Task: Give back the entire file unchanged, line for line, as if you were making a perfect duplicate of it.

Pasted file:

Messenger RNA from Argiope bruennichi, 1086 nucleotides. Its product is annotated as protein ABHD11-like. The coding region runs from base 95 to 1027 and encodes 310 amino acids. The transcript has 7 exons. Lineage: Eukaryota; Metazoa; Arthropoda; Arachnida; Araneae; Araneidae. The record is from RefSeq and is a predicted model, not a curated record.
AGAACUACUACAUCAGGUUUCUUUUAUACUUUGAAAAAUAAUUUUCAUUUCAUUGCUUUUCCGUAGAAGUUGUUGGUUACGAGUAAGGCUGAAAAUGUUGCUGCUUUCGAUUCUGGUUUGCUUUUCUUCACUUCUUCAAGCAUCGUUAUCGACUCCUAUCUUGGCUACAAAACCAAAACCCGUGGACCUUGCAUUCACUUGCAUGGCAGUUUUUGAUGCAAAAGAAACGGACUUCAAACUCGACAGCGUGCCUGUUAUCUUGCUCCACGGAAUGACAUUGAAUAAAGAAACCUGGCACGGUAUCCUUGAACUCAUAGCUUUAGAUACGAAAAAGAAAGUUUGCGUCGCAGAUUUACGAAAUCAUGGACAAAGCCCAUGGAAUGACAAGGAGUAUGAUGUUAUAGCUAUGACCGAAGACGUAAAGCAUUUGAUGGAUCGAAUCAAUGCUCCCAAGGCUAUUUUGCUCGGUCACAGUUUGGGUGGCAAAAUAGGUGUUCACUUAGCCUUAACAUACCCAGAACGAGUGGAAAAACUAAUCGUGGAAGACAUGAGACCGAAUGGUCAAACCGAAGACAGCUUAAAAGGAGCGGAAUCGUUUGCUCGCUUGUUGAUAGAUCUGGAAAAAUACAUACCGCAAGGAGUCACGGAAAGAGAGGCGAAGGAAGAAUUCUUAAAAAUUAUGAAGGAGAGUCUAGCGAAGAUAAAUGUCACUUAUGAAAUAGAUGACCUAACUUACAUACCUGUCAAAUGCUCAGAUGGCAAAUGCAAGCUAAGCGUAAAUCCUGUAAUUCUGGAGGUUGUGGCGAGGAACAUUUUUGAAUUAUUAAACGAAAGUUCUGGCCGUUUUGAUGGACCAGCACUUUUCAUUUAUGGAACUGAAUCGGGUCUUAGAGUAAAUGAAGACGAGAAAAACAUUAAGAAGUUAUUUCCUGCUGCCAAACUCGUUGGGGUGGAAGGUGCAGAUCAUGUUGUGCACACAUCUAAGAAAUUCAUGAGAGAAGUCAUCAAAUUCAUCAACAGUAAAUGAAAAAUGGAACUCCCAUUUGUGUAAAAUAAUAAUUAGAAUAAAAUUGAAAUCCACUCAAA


Messenger RNA from Argiope bruennichi, 1086 nucleotides. Its product is annotated as protein ABHD11-like. The coding region runs from base 95 to 1027 and encodes 310 amino acids. The transcript has 7 exons. Lineage: Eukaryota; Metazoa; Arthropoda; Arachnida; Araneae; Araneidae. The record is from RefSeq and is a predicted model, not a curated record.
AGAACUACUACAUCAGGUUUCUUUUAUACUUUGAAAAAUAAUUUUCAUUUCAUUGCUUUUCCGUAGAAGUUGUUGGUUACGAGUAAGGCUGAAAAUGUUGCUGCUUUCGAUUCUGGUUUGCUUUUCUUCACUUCUUCAAGCAUCGUUAUCGACUCCUAUCUUGGCUACAAAACCAAAACCCGUGGACCUUGCAUUCACUUGCAUGGCAGUUUUUGAUGCAAAAGAAACGGACUUCAAACUCGACAGCGUGCCUGUUAUCUUGCUCCACGGAAUGACAUUGAAUAAAGAAACCUGGCACGGUAUCCUUGAACUCAUAGCUUUAGAUACGAAAAAGAAAGUUUGCGUCGCAGAUUUACGAAAUCAUGGACAAAGCCCAUGGAAUGACAAGGAGUAUGAUGUUAUAGCUAUGACCGAAGACGUAAAGCAUUUGAUGGAUCGAAUCAAUGCUCCCAAGGCUAUUUUGCUCGGUCACAGUUUGGGUGGCAAAAUAGGUGUUCACUUAGCCUUAACAUACCCAGAACGAGUGGAAAAACUAAUCGUGGAAGACAUGAGACCGAAUGGUCAAACCGAAGACAGCUUAAAAGGAGCGGAAUCGUUUGCUCGCUUGUUGAUAGAUCUGGAAAAAUACAUACCGCAAGGAGUCACGGAAAGAGAGGCGAAGGAAGAAUUCUUAAAAAUUAUGAAGGAGAGUCUAGCGAAGAUAAAUGUCACUUAUGAAAUAGAUGACCUAACUUACAUACCUGUCAAAUGCUCAGAUGGCAAAUGCAAGCUAAGCGUAAAUCCUGUAAUUCUGGAGGUUGUGGCGAGGAACAUUUUUGAAUUAUUAAACGAAAGUUCUGGCCGUUUUGAUGGACCAGCACUUUUCAUUUAUGGAACUGAAUCGGGUCUUAGAGUAAAUGAAGACGAGAAAAACAUUAAGAAGUUAUUUCCUGCUGCCAAACUCGUUGGGGUGGAAGGUGCAGAUCAUGUUGUGCACACAUCUAAGAAAUUCAUGAGAGAAGUCAUCAAAUUCAUCAACAGUAAAUGAAAAAUGGAACUCCCAUUUGUGUAAAAUAAUAAUUAGAAUAAAAUUGAAAUCCACUCAAA